We all worried a lot but in the end, everything worked out. The next day, he was already shaping a kicker on a huge gap, with a really shitty in-run. No one wanted to try it! He tried it twice, and every time he landed he was burping gas. But it was worth it. That shot got him on the cover of Snowboarder in the US! Congrats Arthur!

Arthur Longo burping gas & style

He deserves it! But how about some Swiss guys? Other than Markus Keller, who’s got some great shots in the First Layer series, who’s your all time favorite Swiss guy to shoot with?

That’s a tough question ! Shooting with Romain, Markus, Fredi and Darius has always been an honor for me, because they are snowboard legends, but a guy with whom I am sure to have sick shots, who is always motivated, who rides big and strong, and more importantly who lands everything, is Mat Schaer. He is so underrated! When the American guys from Absinthe come to Europe, they are always blown away!

Otherwise, I also like to shoot with the famous Yung Doli, with his gangster gypsy pop music love style!

He’s certainly one of a kind… 

You mentioned that this will be the last First Layer project for you. What’s next? Are you finally giving up on print to focus on becoming a full time #influencer?

Of course! I will launch my blog and contact all the luxury hotels to go to the spa for free with my girlfriend. In exchange, of course, I’ll tag them on my selfie, which will make them world famous.

#wokeuplikethis #roomwithaview #gofuckyourself

No seriously, I will never give up on print. It’s a medium that I like very much. So yes indeed, with Vans, this is the last project called First Layer, we want to do something else. Still print, but with a different format and concept. We are working on it and refining it. I can already tell you that it will be a triple concept with a focus on three riders from the team, each one with a strong personality. Stay tuned, as they say in French rap!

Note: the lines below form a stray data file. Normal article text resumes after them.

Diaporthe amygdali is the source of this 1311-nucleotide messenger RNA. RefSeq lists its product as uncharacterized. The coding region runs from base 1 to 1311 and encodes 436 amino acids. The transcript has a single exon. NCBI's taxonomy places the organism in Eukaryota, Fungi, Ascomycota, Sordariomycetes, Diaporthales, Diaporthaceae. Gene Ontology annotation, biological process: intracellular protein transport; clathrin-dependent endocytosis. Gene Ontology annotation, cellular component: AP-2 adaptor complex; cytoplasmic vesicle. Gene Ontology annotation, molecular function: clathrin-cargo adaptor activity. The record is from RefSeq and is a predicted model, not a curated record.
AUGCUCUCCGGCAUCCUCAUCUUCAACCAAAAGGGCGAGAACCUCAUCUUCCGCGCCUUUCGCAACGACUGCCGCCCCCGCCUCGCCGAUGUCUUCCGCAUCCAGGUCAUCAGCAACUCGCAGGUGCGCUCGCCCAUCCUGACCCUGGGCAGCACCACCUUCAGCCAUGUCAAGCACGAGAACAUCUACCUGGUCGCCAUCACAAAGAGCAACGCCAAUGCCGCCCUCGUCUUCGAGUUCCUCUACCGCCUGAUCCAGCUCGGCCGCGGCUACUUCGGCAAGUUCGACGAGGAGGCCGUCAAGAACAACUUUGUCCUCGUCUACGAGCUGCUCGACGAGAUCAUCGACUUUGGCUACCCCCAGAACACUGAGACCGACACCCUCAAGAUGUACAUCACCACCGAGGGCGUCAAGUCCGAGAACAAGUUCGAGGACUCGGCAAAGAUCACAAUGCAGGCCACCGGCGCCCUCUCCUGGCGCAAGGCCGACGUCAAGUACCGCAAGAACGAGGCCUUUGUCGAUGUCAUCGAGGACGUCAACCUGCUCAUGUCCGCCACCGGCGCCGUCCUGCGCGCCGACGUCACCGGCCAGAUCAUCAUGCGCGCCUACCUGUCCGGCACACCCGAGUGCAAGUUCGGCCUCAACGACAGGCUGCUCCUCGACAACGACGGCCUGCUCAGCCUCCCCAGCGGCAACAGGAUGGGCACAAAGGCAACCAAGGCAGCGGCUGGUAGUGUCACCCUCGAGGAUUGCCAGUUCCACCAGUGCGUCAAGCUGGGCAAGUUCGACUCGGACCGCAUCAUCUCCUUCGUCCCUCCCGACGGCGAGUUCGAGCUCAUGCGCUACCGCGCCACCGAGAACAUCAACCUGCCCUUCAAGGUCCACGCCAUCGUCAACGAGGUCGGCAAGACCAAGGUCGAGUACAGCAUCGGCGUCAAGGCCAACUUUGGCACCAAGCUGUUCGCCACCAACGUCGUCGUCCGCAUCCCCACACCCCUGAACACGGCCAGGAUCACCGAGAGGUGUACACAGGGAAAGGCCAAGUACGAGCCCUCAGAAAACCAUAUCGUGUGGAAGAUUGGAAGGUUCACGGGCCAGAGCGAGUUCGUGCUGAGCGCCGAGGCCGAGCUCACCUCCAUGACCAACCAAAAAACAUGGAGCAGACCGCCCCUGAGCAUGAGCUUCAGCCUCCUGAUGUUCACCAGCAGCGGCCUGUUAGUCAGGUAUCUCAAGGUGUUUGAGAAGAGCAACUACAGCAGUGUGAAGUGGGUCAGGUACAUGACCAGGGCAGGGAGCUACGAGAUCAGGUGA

#printisawesome

It’s been a while since the whole Onboard thing fell apart. And now it appears that their digital dream is over too. How do you feel about that whole thing when you look back at it now?

It was pretty painful to see such a legendary magazine leave, to reduce it to a website, then finally to nothing. We could have continued to do nice things, by reviewing the formula, the paper and the design. But sometimes you run into closed doors and people who don’t get it. Nevertheless I am really grateful to all the Onboard crew for having opened the doors to me as a Senior Photographer about ten years ago. It was crazy for me, a young photographer, to be on the same team as Pat Vermeulen, Scalp, Peter Lundstrom, and then also to join the Whitelines crew. You had to learn a lot about photographic production and story telling. It was a really great school with total freedom.

In general, do you feel like snowboard media is in a better or worse place than it was ten years ago? 

Definitely at the worst place I’ve seen since I started. Of course, the golden age of snowboarding is now two decades old, but there have been so many changes since then. I just think that the, “Crappy Paper, Ads in the Middle of Nice Portfolios, Redundancy of articles” format is running out and that sometimes it’s better to do a little less and just focus on quality. Especially with the internet and social medias that also require an increased presence. But with these changes there are also great independent projects that have come together and mags that have reinvented themselves. Of course, we are a long way from the days when there were about 20 magazines in Europe, but that’s life – nothing is forever, and we have to constantly question ourselves – as cheesy as that may sound.

It’s great that you’ve found ways to keep high quality print alive. Why do you feel that the format is still important?

I don’t really have an explanation. I’m afraid I’ll sound like an old fool! It shocks me when sometimes I go to someone’s house and I don’t see books anywhere. No library or anything. So maybe it’s my generation that gives me that feeling, that the younger generation today doesn’t care about this pseudo-nostalgia. Of course, sometimes the pictures come out better on a super bright HD screen than on glossy paper, but for me nothing will match the printed object. Its feel, format, choice of cover, rhythm, design, typography, paper and its binding. It’s nice to have something in your hands, something tangible. Something you can look at year after year and grow old with you.

I couldn’t agree more… Any last words?

A huge thanks to Vans for trusting me and giving me so much freedom. And thanks to you Ahriel for the amazing mag you do. You are one of the people who pushes snowboarding in the right direction.

Nils Ardvidsson staying true